How to securely erase your hard disk
Reformatting your hard disk, or restoring Windows from a recovery partition, will remove any visible trace of your files – but it may not remove the data. All a quick format does is set a marker to indicate files are no longer available, with the contents remaining on the disk until more data is written over the top.
Even if you install a fresh copy of Windows, it will overwrite only a portion of the disk: sensitive data could still be hanging around elsewhere on its platters, and a data-recovery application may be able to bring that data back. That’s why it’s important to perform a secure erase if you’re planning to sell on your PC. It’s unlikely that the buyer will have the expertise or desire to resurrect your personal data, but why take the risk?
Secure deletion software
There are plenty of tools that can wipe a disk securely: we’ll use the free Darik’s Boot and Nuke (DBAN) utility. As the documentation explains, “DBAN is a means of ensuring due diligence in computer recycling, a way of preventing identity theft if you want to sell a computer”. It works by completely overwriting a disk with random data before finally blanking it, so that nothing that was there before can be recovered. Ignore the disclaimer that DBAN offers “no guarantee that data is removed” – it’s more than good enough to secure consumer drives.
DBAN 2.2.7 comes as a small ISO file that you’ll need to burn to a blank CD or DVD. In Windows 7 or 8, you can right-click the ISO and choose Burn disc image; for earlier versions of Windows, use a third-party tool such as the free CDBurnerXP. Make sure any option to make the disc bootable is ticked.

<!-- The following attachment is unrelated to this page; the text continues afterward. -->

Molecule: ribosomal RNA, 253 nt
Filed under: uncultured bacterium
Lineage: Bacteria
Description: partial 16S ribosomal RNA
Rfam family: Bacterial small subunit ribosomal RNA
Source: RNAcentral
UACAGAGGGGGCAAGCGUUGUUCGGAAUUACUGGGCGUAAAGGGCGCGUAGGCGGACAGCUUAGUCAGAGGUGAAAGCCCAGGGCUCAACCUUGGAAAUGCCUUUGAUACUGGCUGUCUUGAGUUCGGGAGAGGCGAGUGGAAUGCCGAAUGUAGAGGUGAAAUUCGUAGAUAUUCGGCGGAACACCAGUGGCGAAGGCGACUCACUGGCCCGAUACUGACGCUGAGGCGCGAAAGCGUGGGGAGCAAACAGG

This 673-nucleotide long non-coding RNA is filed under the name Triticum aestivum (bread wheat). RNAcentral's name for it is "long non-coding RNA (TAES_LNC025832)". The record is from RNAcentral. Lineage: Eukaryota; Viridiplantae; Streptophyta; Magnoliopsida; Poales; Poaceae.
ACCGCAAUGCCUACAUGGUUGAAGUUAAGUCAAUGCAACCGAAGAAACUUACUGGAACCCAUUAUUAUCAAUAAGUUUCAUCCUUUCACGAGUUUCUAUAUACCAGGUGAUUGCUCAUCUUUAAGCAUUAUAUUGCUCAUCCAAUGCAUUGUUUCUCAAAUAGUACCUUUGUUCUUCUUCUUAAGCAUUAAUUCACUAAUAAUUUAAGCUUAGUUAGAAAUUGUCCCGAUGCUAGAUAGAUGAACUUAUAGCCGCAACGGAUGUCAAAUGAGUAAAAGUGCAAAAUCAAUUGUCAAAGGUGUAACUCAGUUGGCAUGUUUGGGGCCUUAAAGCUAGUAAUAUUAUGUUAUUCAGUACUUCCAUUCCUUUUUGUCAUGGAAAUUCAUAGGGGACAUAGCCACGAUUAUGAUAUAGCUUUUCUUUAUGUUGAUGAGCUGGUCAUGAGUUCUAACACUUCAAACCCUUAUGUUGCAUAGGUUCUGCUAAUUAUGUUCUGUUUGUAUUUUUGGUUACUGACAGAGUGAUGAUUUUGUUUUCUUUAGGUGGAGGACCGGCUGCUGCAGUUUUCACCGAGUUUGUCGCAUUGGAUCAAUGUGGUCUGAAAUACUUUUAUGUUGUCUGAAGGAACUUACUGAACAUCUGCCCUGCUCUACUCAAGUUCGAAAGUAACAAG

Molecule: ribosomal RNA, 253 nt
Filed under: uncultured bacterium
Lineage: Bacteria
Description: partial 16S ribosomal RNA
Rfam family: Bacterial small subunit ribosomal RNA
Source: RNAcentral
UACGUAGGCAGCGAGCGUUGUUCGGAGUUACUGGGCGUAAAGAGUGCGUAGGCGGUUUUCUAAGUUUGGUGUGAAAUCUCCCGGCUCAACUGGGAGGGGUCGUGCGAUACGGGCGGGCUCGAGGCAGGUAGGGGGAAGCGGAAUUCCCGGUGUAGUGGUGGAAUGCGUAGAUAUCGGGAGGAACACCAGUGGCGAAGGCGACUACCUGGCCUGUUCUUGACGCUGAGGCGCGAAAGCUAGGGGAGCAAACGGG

If you don’t have a CD or DVD drive, you can use a USB stick. Download the free Rufus utility to easily create a bootable USB drive from the downloaded ISO file. Be sure that “Create a bootable disk using:” is ticked and its dropdown is set to “ISO Image”, then click the small icon to the right and navigate to the DBAN ISO file.
Erasing a disk with DBAN
Once you’ve created your DBAN media, boot your PC from it and at the first menu simply press Enter to begin the process. At the Disks And Partitions screen, press Space on each of the drives you intend to wipe. You’re free to change the random-number generator (press P), the wipe method (W), and the verification options (V), but it’s fine to stick with the defaults – the standard settings are more than robust enough.
As for the number of rounds (R), it’s often claimed that more is better, but in fact overwriting a drive only once will almost certainly make it unrecoverable, even by forensic experts with specialist hardware. Each DBAN round writes three passes of random data, so we’d leave this at the default of one.
When you’re absolutely certain you’re ready to start wiping your drive, press F10. The screen will fill with text, before being replaced by a running progress report as each drive is run through three passes before being verified as empty. DBAN took close to eight hours to fully wipe our 500GB laptop hard disk, so put the kettle on and make other plans for the day.